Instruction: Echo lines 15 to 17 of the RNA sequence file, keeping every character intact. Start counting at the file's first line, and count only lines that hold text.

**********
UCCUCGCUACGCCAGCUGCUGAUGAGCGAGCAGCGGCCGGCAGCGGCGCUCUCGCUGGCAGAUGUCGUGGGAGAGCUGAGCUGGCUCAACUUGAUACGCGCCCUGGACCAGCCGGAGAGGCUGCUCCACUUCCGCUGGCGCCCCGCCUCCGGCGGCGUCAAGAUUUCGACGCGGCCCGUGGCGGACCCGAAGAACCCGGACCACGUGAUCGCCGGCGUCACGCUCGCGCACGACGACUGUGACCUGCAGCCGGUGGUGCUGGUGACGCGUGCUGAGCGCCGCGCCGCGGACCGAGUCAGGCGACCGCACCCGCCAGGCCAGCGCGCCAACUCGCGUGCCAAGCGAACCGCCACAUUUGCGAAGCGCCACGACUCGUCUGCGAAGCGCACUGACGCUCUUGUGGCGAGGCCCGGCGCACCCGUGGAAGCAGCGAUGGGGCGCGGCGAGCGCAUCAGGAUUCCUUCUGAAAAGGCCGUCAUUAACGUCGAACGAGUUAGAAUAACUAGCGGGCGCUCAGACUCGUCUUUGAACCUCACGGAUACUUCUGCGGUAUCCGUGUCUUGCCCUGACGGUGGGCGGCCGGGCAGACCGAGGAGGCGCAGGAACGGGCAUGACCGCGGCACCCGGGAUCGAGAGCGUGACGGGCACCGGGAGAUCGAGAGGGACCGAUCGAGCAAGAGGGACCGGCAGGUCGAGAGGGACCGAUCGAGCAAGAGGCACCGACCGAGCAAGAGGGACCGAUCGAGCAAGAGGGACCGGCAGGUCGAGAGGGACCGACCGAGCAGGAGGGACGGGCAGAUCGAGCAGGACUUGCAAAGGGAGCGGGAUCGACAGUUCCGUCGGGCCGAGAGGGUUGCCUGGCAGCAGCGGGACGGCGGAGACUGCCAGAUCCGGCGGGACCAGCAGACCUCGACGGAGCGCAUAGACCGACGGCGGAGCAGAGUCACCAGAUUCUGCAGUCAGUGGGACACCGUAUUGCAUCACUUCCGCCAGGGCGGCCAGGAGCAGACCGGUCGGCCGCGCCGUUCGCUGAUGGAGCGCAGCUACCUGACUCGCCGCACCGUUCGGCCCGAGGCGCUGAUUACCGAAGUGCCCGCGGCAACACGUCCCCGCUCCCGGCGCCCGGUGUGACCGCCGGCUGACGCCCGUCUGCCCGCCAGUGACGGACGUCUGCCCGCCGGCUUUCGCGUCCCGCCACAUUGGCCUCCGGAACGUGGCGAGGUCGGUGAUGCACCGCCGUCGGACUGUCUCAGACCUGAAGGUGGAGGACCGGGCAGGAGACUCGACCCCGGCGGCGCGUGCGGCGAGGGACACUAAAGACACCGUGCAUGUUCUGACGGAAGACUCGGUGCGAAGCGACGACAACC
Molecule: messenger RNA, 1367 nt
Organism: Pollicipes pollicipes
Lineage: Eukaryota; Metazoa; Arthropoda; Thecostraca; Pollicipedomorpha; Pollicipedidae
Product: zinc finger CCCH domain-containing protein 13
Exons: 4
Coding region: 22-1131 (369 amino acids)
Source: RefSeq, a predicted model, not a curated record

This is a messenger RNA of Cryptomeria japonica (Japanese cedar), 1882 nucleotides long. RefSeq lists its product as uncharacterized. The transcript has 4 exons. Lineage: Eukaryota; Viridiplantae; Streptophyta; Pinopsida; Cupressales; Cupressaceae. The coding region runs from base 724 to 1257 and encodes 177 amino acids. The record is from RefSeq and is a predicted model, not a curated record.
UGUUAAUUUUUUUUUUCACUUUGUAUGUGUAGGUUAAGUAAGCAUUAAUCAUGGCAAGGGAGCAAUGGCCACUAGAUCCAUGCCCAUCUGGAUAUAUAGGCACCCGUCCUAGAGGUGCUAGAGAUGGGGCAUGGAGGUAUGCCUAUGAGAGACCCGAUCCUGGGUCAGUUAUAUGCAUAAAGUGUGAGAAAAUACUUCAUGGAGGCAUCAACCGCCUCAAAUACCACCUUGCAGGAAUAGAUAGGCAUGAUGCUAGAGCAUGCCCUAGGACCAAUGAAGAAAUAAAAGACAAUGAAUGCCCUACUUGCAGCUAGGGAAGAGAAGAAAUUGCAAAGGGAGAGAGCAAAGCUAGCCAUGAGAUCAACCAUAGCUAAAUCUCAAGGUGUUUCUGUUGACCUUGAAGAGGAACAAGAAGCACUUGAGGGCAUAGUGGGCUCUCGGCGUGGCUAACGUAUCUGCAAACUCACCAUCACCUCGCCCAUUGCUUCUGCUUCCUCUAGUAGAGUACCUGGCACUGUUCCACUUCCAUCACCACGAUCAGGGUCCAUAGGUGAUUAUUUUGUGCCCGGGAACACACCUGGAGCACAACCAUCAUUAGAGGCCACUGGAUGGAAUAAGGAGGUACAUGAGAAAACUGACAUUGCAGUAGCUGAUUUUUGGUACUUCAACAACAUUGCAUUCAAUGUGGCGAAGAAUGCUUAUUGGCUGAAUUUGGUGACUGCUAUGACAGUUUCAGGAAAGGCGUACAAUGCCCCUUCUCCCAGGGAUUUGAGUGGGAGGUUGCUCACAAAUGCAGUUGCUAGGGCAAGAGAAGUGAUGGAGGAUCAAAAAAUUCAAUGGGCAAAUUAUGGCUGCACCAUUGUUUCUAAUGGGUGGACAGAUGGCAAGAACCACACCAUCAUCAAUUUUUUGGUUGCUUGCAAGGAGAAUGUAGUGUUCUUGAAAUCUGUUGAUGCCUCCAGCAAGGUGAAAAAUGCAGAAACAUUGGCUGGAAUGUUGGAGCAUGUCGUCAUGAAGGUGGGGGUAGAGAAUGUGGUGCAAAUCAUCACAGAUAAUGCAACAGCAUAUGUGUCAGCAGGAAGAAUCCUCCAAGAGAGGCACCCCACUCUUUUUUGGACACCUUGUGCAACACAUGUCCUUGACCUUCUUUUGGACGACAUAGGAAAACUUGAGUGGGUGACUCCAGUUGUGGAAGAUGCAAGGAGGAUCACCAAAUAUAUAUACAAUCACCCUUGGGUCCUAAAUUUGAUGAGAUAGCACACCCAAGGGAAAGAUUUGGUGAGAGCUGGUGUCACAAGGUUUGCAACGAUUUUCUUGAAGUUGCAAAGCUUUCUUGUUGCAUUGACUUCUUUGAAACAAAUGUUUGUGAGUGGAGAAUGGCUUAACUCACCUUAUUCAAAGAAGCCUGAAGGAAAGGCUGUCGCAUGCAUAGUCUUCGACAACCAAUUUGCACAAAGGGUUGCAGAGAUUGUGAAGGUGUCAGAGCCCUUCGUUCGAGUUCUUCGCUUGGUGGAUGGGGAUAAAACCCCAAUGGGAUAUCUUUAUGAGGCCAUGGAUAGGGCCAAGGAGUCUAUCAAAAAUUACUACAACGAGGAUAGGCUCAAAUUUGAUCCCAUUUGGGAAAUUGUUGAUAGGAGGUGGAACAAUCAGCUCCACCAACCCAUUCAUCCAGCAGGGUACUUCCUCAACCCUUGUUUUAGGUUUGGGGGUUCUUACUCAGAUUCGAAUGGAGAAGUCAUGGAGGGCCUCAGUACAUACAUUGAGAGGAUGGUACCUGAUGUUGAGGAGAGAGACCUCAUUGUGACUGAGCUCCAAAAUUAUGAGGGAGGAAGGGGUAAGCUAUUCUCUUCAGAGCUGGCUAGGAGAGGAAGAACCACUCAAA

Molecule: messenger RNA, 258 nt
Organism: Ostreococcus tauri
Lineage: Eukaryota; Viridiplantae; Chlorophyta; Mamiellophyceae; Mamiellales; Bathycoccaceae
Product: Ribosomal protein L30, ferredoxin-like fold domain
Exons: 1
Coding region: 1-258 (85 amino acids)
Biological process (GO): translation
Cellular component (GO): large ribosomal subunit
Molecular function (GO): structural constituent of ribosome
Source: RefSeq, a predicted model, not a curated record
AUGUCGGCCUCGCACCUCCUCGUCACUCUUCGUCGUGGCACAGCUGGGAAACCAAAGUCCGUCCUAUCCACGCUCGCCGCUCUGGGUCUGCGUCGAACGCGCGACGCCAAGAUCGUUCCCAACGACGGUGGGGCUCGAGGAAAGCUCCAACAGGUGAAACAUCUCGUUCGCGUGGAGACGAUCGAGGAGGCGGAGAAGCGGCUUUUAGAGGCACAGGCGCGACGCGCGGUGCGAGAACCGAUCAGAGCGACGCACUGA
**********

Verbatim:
Exons: 1
Coding region: 1-258 (85 amino acids)
Biological process (GO): translation